Opening museums and promoting art is a noble profession that serves public interest, which is why most museums get tax benefits from governments all over the world. Tax exemptions serve as a way of encouraging art collectors to share their remarkable artworks with the public, but recently there has been talk of art buyers that are abusing the tax law for their own personal gain by opening private museums with limited access. The American Senate is currently investigating the tax status of several private museums in an attempt to determine whether they provide sufficient public benefit to justify the government subsidy.
Institutions that serve and promote public interest such as charity organisations, nonprofit theaters and so on, are exempt from various tax payments. For decades wealthy collectors, saved millions of dollars in taxes by donating artworks and money to public museums and charity foundations, but now many of them decided to save money by opening up their own museums. The founders of these venues can deduct the full market value of any art they've purchased as well as the cash and stocks they donate to the museums. Any other costs related to the artworks are tax free as well, including insurance, conservation and other expenses, so it eventually adds up to quite a sum. And this wouldn't be a problem if these institutions did a job they were suppose to do - promote public interest. But many of these venues are located in secluded places and visits are often restricted. The question of whether they are abusing the right to tax exemption is raised after The New York Times reported that many of the museums remain closed for several months and demand reservations from potential visitors, thus limiting public access to the premises. The New York Times took Brant Foundation Art Study Center as an example. This private museum is located in a barn down the road from the estate of its creator, has no identifying signs and allows visits by appointment only. That's hardly serving public interest, is it?
Earlier this month, Utah's Senator Orrin G. Hatch sent letters to several small private museums, such as Brant Foundation Art Study Center in Greenwich, Glenstone Museum in Potomac and newly opened Broad Museum in Los Angeles. The senator requested information about donations, valuations, loans, visiting hours, and so on as a part of a larger investigation targeted at museums, universities and other institutions with preferential tax treatment. "Tax-exempt museums should focus on providing a public good and not the art of skirting around the tax code,“ the senator said in the email statement and added that "these organizations have a duty to promote the public interest, not those of well-off benefactors, plain and simple.”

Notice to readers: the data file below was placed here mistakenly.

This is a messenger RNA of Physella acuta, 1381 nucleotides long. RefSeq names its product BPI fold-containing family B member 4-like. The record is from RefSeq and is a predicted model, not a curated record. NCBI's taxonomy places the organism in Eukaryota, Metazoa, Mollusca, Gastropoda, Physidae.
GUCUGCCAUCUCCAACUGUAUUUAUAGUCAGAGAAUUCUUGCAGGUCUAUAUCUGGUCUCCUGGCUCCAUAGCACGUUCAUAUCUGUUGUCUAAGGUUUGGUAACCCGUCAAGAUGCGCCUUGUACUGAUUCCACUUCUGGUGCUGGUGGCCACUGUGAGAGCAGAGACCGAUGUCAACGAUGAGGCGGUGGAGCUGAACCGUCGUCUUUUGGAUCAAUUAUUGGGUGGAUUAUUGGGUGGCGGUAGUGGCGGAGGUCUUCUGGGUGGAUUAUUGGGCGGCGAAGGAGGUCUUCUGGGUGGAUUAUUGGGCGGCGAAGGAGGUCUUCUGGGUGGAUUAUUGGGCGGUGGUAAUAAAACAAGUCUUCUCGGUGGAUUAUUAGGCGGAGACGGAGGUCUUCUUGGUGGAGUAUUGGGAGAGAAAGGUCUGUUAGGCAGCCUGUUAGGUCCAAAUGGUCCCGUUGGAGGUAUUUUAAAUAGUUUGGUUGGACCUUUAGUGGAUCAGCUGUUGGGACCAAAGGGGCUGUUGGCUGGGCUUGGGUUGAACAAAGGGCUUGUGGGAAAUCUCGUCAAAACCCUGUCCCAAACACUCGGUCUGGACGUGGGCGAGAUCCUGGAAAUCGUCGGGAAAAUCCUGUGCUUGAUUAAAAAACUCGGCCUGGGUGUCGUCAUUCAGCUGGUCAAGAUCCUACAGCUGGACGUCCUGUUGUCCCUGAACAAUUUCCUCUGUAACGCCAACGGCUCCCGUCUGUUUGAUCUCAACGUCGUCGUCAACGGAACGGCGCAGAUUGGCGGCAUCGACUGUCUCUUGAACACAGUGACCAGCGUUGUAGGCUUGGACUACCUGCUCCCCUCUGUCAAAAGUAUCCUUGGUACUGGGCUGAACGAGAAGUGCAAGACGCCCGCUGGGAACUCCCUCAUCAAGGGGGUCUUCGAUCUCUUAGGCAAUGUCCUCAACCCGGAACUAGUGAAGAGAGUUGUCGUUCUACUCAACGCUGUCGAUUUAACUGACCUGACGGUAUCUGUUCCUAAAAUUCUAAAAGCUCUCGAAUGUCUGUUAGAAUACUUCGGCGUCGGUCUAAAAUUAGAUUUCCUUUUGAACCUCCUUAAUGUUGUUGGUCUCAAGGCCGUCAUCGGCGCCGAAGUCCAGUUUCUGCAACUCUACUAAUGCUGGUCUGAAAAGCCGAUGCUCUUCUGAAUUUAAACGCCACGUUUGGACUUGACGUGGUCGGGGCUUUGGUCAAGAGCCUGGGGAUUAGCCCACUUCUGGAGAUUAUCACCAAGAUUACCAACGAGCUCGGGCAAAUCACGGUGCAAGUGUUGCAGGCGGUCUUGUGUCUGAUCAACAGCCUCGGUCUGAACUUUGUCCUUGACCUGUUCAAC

On the other hand, we mustn't forget that many of now notable museums grew out of personal collections, such as Isabella Stewart Gardner Museum in Boston or the Frick Collection in New York. Also, without the tax benefits it's highly unlikely that these collectors would share their art with the public. The Association of Art Museum Directors estimates that more than 90 percent of pieces held in American museums' collections were donated by private individuals. Private collections have in fact, done many beneficial things for the society. Rubell Family Collection in Miami’s art district, have tens or hundreds of thousands visitors every year and Brant Foundation organised numerous educational programs such as Free Art Days held in September. Broad Museum for instance, has revitalized the neighborhood of Los Angeles by transforming it into a cultural hub, with the help of similar institutions located nearby (such as Museum of Contemporary Art). So, should we support or abolish tax benefits for these institutions? The argument is maybe best summarized by the dean of Yale School of Art, Robert Storr who said that he's "not against it being done, but it’s got to be done well".“If there’s to be a public forgiveness for taxes there should be a clear public benefit, and it should not be entirely at the discretion of the person running the museum or foundation.”, Robert Storr stated for The New York Times. And that seems to be the problem. Without clear definition of the public benefit, it's hard to determine whether these museums serve public good or represent a way of cheating the government out of its money. The investigation is likely to result in additional, much needed regulations, that will bring more order into this area.
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Featured images : Glenstone Museum in Potomac via glenstone.org and The Brant Fundation Collection via Brant Foundation